How to Produce Long-Form Content
Now that you know all the glorious benefits of long-form content and you’re ready to dive in head-first, the question becomes how to successfully craft that content? Every writer is going to have their unique twist on the writing method, but here’s what works for me. Take what works for you and discard the rest:
- Determine your target audience – this step is marketing 101. Figure out who you’re writing for so that you can tailor the content to their tastes and expectations. Hopefully this step is all but complete already – if not, get on creating target audience personas asap.
- Develop a pain-point to address – this will be closely related to your target audience. What kind of questions are they asking? What are their pain points? Figure out what your target audience needs and you have a topic to write about.
- Keyword research – Once you have a topic in mind, refine your idea through some keyword research. If your topic is too broad, this step will help you to narrow your focus to a targetable set of keywords. If your topic is too narrow, this step can help to broaden your horizons to reach a greater word count.
- Competitor analysis – After completing your keyword research, it’s a good idea to perform a quick competitor analysis. This means picking your top competitors (whether local or national) and seeing if they are covering the same ground. This step will help to differentiate you from the competition – if they’re only writing short-form, go long; if they’re only covering a certain angle, take a different approach; if they aren’t covering it at all, go for it!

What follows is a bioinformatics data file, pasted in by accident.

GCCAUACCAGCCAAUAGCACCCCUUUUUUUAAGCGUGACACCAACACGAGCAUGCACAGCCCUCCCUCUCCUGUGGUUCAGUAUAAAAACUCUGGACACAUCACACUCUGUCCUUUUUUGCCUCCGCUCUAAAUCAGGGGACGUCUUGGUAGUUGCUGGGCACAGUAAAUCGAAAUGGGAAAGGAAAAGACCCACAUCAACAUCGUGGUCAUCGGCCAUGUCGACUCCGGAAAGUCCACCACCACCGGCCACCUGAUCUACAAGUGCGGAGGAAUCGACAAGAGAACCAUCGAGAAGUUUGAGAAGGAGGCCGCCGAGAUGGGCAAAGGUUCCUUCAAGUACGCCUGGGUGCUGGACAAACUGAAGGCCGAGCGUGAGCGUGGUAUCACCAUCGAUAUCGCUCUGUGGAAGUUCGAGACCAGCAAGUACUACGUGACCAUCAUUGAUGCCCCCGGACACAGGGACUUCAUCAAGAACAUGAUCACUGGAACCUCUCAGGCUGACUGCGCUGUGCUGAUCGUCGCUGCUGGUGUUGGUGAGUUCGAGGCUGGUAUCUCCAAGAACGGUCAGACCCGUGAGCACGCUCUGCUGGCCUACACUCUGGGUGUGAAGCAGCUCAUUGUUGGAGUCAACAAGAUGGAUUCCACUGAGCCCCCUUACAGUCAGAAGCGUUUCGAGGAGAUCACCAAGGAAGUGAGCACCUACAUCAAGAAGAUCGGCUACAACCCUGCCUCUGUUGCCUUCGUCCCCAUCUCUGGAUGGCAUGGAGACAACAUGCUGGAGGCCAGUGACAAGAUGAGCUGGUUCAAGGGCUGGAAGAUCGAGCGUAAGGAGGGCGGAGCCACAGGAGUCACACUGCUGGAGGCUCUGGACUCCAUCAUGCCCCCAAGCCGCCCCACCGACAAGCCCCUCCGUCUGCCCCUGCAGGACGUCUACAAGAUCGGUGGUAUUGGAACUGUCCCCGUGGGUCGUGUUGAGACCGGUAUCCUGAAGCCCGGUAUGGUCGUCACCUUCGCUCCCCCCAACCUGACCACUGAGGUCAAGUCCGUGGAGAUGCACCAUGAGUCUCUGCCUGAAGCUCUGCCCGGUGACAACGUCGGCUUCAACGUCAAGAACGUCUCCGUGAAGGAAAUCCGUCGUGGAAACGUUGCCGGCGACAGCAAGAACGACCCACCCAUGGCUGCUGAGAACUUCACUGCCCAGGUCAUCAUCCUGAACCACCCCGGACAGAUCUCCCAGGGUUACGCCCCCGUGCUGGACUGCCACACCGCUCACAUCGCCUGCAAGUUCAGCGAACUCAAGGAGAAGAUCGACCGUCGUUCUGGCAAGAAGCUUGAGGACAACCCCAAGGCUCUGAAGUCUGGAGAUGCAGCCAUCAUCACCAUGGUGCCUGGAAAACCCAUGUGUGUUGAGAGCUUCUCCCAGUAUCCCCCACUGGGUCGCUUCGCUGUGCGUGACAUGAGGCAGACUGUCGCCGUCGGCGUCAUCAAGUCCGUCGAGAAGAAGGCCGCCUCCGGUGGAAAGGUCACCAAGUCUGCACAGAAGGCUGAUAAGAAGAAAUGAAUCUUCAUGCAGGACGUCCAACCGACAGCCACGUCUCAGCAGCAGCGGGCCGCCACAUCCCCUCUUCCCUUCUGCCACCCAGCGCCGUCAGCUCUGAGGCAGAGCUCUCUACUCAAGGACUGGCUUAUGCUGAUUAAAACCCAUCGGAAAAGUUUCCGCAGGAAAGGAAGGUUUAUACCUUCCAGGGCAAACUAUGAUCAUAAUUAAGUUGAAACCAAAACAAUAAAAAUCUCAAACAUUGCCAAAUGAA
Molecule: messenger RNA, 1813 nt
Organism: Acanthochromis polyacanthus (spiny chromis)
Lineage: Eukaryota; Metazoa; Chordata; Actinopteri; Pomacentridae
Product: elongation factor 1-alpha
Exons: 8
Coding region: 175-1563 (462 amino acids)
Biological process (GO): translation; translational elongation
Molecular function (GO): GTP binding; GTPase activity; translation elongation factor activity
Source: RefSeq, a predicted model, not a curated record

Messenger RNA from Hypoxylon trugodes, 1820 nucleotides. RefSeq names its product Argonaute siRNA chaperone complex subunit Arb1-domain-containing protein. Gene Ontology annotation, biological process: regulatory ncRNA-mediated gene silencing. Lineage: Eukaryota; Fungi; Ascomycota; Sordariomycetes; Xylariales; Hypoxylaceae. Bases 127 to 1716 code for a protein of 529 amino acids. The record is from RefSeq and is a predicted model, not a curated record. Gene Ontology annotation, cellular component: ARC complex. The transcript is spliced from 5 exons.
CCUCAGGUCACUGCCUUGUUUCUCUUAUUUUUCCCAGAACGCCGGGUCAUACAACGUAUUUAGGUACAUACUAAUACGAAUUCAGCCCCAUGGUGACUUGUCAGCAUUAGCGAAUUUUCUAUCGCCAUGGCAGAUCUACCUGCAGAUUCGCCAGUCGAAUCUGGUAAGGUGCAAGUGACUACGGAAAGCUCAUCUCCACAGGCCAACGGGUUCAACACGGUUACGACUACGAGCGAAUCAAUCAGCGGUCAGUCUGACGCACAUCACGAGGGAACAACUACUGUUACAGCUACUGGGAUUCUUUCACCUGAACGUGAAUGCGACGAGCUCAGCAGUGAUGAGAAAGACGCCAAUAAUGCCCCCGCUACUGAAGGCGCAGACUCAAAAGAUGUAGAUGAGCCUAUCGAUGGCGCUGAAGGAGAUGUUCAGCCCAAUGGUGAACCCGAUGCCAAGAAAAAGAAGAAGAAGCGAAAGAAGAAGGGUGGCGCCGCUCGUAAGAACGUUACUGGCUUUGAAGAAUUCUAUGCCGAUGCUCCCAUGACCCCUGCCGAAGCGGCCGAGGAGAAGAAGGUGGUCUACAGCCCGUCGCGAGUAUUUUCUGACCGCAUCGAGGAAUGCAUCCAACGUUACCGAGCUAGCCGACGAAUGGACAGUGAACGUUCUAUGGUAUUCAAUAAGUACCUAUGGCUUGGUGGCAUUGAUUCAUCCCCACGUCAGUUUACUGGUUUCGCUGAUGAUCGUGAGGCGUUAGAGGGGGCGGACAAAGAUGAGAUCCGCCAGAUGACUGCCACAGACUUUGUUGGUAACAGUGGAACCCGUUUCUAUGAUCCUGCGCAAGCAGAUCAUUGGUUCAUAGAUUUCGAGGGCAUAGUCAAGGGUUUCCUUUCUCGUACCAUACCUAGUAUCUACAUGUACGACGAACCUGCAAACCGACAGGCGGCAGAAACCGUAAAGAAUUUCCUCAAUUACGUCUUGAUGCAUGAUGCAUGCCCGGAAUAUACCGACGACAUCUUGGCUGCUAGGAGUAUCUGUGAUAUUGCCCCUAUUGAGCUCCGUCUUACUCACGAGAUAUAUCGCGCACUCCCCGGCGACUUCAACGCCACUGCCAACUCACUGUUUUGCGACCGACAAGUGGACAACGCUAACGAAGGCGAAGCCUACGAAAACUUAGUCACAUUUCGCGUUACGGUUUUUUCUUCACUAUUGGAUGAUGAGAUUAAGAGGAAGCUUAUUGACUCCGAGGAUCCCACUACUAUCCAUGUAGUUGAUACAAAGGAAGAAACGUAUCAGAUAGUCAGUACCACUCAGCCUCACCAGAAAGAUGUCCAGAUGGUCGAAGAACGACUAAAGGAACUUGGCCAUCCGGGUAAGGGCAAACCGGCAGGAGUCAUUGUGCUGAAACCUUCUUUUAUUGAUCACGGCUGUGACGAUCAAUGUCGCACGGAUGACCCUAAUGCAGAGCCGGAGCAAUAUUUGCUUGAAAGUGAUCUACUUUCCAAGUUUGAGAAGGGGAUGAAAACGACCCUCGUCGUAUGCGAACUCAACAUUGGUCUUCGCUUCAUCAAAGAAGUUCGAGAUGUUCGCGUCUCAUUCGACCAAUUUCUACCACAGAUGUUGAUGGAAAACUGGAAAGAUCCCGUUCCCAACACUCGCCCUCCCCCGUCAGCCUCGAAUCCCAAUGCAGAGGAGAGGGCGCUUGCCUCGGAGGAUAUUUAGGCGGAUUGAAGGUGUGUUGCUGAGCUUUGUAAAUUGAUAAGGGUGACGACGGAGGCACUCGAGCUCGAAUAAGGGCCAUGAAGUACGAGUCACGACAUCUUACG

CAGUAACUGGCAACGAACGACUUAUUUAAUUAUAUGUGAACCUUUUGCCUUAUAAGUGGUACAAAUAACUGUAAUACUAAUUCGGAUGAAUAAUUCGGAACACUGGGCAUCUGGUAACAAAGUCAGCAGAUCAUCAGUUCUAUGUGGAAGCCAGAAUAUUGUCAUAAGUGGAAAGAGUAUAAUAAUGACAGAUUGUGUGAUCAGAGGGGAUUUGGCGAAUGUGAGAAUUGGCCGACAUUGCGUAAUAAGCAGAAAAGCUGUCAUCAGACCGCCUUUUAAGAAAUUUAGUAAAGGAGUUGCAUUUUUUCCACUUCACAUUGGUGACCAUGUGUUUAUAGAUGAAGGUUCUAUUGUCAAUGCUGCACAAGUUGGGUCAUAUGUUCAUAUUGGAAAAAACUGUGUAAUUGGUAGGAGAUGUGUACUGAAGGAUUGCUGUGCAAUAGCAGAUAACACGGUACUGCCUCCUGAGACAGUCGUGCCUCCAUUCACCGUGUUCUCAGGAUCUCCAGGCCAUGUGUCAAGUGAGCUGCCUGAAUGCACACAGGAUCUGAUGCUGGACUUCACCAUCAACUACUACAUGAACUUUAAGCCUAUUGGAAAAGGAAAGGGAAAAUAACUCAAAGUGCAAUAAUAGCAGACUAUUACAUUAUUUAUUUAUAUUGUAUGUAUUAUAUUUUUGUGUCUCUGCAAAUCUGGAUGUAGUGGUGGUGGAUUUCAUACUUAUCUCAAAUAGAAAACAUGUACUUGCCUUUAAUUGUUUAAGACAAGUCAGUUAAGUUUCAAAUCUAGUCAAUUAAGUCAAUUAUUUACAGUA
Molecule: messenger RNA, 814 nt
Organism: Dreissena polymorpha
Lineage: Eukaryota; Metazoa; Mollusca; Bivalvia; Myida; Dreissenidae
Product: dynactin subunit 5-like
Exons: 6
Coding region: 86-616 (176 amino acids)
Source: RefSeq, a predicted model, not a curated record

- Adjust your scope – Construct an outline based around all your research so far and determine if you’re going too big or too small – and adjust accordingly. If you are new to long-form writing, his step may be difficult at first but gets easier over time. Figure out how much material you need to hit that 2,000-word mark and build from there.
- Write, edit, and publish – Sounds easy, right? Not exactly, but the process of writing longer isn’t much different from writing pithy blog posts – you just need more time and material. Stick to what works for you to write, edit, and publish your content. And the more you get used to the format, the easier this gets.
Balance with Short-Form Content
So, you have your long-form strategy down and are ready to produce a few pieces a month; now what do you do with the rest of the month? This is where the short-form content comes in to play. I won’t spend nearly as much time on short-form content, because most content marketers are already well-versed in crafting blog-post length material; and we all know the benefits of such content.